Christine Hendrickson shared her post-incarceration journey as part of a panel of speakers July 14 at the Kirkland Chamber Foundation’s 2022 Kirkland Diversity, Equity, & Inclusion Symposium. This year’s program focused on workforce re-entry for previously incarcerated people and the barriers they face. Photo by Andy Hobbs/Sound Publishing

Christine Hendrickson shared her post-incarceration journey as part of a panel of speakers July 14 at the Kirkland Chamber Foundation’s 2022 Kirkland Diversity, Equity, & Inclusion Symposium. This year’s program focused on workforce re-entry for previously incarcerated people and the barriers they face. Photo by Andy Hobbs/Sound Publishing

Previously incarcerated people struggle to find jobs in Washington

Trauma and the stigma of prison create barriers for those who are trying to reenter society and atone for past mistakes.

Christine Hendrickson is among Washington’s former inmates who say the corrections system, despite its flaws, has the ability to help turn someone’s life around.

Landing in prison was a wakeup call. The former heroin addict now has been clean for 10 years. With the help of a mentor, she eventually secured a scholarship and a college education, then discovered a passion for writing. She published her first story in a newspaper soon after getting out of rehab.

“Education was key,” she said of her recovery. “And meeting the right people along the way.”

However, her post-prison life has its struggles, including the stigma of incarceration while trying to find a job.

She first endured a three-year probation period with electronic home monitoring that was a “nightmare” in which she was set up to fail, she said. She finally started getting job interviews after she stopped mentioning her incarceration in cover letters, knowing the issue will eventually surface.

Hendrickson also owes $7.4 million in federal restitution for stealing software from Microsoft to pay for that one-time drug habit in the early 2000s. The stolen software would be worthless and outdated today. But the debt, and all the interest it has accrued, still needs to be repaid.

“I was given a financial life sentence,” said Hendrickson, who is looking for work.

Hendrickson shared her post-incarceration journey as part of a panel of speakers July 14 at the Kirkland Chamber Foundation’s 2022 Kirkland Diversity, Equity, & Inclusion Symposium. This year’s program focused on workforce reentry for previously incarcerated people and the barriers they face.

Rowlanda Cawthon, dean of admissions of Northwest University, was among the panelists with experience working in the corrections system. After interviewing hundreds of offenders, she said, a common thread is that most people who are incarcerated have experienced serious trauma — anything from sexual and physical abuse to growing up in poverty. These traumas often hinder an offender’s self-confidence along with any hope for success beyond incarceration.

“One of the biggest barriers is how they view themselves,” Cawthon said at the symposium. “If they can have cyclical support … that is where we can step up and engage with people who have been incarcerated and create a path for them to be successful.”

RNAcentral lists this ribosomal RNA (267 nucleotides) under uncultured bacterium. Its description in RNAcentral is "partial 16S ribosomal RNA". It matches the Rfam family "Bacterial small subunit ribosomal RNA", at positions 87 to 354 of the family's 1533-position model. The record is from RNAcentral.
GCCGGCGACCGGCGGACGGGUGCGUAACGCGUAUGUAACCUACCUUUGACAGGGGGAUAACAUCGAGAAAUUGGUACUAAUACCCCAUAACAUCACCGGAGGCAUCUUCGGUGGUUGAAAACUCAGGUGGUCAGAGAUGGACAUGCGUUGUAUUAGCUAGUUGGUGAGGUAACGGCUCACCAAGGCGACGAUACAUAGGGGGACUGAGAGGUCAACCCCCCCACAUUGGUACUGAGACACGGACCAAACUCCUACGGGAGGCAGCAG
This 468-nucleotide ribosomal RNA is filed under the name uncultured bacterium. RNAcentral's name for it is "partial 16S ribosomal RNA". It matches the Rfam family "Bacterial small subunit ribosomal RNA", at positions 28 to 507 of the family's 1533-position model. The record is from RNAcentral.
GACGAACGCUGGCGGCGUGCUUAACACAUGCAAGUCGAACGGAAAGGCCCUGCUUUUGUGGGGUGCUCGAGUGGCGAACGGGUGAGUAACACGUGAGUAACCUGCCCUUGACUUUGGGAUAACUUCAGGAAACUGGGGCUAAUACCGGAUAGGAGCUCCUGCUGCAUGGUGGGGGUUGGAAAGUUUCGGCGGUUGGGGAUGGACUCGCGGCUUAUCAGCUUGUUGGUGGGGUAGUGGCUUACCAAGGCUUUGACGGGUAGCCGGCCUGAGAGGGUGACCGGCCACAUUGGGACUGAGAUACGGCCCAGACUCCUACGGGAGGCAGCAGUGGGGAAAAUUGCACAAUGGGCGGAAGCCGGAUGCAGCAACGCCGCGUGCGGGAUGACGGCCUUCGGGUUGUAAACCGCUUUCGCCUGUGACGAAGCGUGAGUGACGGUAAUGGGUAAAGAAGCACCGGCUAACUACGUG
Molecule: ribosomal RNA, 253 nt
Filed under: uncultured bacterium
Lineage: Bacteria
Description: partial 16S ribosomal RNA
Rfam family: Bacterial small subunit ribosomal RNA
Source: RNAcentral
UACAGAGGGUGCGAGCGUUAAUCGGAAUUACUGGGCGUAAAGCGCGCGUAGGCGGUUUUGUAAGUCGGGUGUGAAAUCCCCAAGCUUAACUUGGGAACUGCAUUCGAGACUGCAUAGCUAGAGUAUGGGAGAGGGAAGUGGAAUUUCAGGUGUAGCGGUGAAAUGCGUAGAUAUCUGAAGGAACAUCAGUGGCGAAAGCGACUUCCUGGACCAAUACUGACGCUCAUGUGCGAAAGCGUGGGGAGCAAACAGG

One example of a path is the Graduated Reentry program (GRE), which was approved by Washington state lawmakers in 2018 and later expanded in 2021. The program provides structured supervision for incarcerated people who can serve the remainder of their sentences while transitioning into the community permanently. The state reports 78 percent of participants have successfully completed the program.

The GRE program has helped Derek Holman, 33, who was among the panelists at the Kirkland symposium. He was released in May after 68 months of incarceration for unlawful possession of a firearm.

As he serves the remainder of his sentence at a halfway house, Holman said he can finally work a real job and set an example for his 6-year-old son. The program has connected him with opportunities to receive an associate’s degree in business law as well as vocational certificates that boost his employability. In August, he hopes to move into his own apartment.

“It’s created a solid foundation for me to step back into the community successfully and build a path I can be proud of,” said Holman, noting that the GRE program has empowered him to succeed, but only because he has put himself in a position to win. “If you desire it, they’ll encourage it. It’s all up to you.”

FYI: Cost of incarceration

According to the Washington Department of Corrections, the average cost of incarceration per incarcerated person (prison and work release) is $41,200 a year, and 7,768 incarcerated people were returned to the state’s counties in 2021. A study from the Washington State Institute for Public Policy reports that $12.68 is saved in future criminal justice costs in relation to every dollar spent on programs by the Department of Corrections due to a reduction in recidivism (reoffending).


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Derek Holman shares his post-incarceration journey as part of a panel of speakers July 14 at the Kirkland Chamber Foundation’s 2022 Kirkland Diversity, Equity, & Inclusion Symposium. This year’s program focused on workforce re-entry for previously incarcerated people and the barriers they face. Photo by Andy Hobbs/Sound Publishing

Derek Holman shares his post-incarceration journey as part of a panel of speakers July 14 at the Kirkland Chamber Foundation’s 2022 Kirkland Diversity, Equity, & Inclusion Symposium. This year’s program focused on workforce re-entry for previously incarcerated people and the barriers they face. Photo by Andy Hobbs/Sound Publishing

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